Should the next leg be delayed, should the boats be stronger do teams need more time? 24/1/06

What is needed to make the world’s fastest monohulls more durable? That was one of two questions posed at a forum conducted in Melbourne this morning.

With a catalogue of problems experienced by a wide range of boats in the fleet, Volvo Ocean Race organisers took the decision to invite teams, designers and technical staff from both sides of the fence to discuss what, if anything, could be done to improve the reliability of the boats.

But before the hot issue of reliability was dealt with, the organisers took the opportunity to review the safety aspects of the race. Among the suggestions from the teams were requests to make a portable satellite telephone stored in an emergency grab bag mandatory, along with a large capacity water pump and a minimum amount of spare hydraulic fluid was set.

But the real issue was of the boats themselves. Should the rules be changed to allow teams to increase the internal structure without having to take weight out of the keel? Should the stopover be extended and the start of the next leg postponed?

“We discussed a lot about extra structure and how much extra structure was required for each boat,” said Volvo CEO Glenn Bourke.

“The next component of the conversation was whether the rule constrained them from complying with the structural requirements to get the boat around the track. It became quite evident quickly that the rule didn’t preclude them from producing a boat that was robust enough.”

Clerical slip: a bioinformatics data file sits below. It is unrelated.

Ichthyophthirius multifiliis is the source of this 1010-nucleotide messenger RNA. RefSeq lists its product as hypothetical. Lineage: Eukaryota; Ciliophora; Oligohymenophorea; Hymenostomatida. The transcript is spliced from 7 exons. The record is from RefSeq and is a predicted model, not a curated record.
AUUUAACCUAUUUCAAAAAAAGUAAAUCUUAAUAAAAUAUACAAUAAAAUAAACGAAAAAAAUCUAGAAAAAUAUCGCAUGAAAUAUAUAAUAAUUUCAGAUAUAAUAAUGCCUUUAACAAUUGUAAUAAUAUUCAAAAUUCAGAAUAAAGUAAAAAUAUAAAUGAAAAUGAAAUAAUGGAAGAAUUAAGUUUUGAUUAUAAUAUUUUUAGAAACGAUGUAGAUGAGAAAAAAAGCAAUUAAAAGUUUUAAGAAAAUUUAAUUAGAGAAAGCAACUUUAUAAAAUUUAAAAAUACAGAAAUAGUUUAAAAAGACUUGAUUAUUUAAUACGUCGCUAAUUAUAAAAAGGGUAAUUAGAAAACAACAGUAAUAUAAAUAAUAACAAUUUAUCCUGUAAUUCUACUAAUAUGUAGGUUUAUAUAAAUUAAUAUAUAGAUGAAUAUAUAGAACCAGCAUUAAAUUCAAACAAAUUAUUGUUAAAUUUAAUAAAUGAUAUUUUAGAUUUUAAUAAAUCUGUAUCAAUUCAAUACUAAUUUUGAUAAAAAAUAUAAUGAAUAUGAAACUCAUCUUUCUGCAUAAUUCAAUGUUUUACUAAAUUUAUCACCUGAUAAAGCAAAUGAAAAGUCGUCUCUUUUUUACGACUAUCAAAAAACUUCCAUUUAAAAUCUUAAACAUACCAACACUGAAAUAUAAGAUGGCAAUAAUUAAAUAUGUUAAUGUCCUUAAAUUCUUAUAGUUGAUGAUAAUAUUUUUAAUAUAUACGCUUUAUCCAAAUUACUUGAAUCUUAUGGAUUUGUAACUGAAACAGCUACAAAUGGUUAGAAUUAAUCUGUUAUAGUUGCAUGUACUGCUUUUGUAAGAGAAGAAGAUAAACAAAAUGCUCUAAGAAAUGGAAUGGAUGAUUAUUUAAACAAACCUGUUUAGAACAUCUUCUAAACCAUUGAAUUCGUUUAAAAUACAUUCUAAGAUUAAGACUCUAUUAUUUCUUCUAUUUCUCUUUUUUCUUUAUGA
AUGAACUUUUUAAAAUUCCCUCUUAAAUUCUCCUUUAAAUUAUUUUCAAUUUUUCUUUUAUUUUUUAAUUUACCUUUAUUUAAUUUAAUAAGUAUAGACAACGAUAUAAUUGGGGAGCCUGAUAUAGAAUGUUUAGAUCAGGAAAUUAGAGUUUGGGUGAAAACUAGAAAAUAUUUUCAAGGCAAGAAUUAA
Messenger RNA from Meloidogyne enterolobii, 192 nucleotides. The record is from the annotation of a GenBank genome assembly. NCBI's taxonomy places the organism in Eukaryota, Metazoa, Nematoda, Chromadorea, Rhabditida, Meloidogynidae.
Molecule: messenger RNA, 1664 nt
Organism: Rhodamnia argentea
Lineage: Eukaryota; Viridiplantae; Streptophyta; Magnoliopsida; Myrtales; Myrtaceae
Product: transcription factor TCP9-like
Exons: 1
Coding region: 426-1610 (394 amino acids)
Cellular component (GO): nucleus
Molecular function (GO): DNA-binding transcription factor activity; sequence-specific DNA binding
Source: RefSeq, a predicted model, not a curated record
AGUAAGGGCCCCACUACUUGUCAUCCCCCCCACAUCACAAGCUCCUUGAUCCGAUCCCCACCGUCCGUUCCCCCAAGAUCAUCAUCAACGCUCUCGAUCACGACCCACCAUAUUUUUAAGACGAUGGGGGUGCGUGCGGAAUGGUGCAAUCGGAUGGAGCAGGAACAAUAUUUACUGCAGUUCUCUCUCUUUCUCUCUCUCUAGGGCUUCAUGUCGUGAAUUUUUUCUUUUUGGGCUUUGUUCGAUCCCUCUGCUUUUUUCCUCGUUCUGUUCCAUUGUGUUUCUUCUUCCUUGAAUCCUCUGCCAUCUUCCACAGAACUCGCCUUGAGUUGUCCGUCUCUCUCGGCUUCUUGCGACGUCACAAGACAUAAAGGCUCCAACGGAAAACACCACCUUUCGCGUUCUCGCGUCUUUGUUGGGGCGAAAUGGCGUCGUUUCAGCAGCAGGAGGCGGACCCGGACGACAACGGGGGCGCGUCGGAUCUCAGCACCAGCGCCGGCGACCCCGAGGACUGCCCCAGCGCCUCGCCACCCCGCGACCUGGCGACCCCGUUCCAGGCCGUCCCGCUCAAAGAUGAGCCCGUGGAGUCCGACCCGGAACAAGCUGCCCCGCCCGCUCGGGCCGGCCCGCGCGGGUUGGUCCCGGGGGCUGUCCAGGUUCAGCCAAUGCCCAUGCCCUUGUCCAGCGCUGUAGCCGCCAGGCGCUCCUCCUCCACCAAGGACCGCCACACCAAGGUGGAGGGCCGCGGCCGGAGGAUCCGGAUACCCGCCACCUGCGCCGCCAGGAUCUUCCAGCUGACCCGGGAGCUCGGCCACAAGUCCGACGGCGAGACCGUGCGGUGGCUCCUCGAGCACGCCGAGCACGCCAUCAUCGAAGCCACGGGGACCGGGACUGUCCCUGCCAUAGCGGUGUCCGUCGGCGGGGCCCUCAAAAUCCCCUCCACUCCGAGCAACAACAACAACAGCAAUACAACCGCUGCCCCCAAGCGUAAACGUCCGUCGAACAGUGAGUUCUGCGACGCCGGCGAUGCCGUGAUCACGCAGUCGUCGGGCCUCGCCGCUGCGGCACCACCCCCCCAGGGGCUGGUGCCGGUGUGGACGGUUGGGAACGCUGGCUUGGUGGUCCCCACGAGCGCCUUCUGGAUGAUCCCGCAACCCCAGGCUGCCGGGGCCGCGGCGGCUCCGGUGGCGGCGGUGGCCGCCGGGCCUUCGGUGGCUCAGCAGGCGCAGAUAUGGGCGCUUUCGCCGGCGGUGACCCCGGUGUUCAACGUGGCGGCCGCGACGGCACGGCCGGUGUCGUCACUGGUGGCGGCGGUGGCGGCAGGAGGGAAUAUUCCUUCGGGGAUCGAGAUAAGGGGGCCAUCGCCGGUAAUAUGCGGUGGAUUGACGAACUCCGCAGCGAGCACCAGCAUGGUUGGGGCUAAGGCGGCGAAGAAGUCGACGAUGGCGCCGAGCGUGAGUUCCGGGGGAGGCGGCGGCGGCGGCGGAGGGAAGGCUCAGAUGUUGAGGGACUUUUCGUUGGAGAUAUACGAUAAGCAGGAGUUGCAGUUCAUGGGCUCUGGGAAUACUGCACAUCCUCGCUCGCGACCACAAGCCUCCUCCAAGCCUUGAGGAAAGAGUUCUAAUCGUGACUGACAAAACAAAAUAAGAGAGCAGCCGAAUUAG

By the sounds of it, an endorsement of the rule?

“What came back loud and clear to us is, do not change,” he continued summarising the views of the group.

“‘What we have here is totally acceptable to all of us, any other proposition that you put forward is less equitable for all teams. We came into this knowing the rules, knowing what we had to do and please don’t change’, was the message I was getting.”

Nevertheless, one concession has been made in the interests of giving boats the best possible chance of being ready in time. All boats will be re-weighed before the start of the next leg, but teams will be able to declare their weights before the in port racing and the weighing proper will take place afterwards.

The confirmation of both support for the rule and the news that the Australian boat was to continue in the race was clearly a big relief to Bourke and his team.

“I’m as pleased as can be,” he said.

“I do think the boats will become more robust and I do think you’ll see more piles of lead outside in the boat park!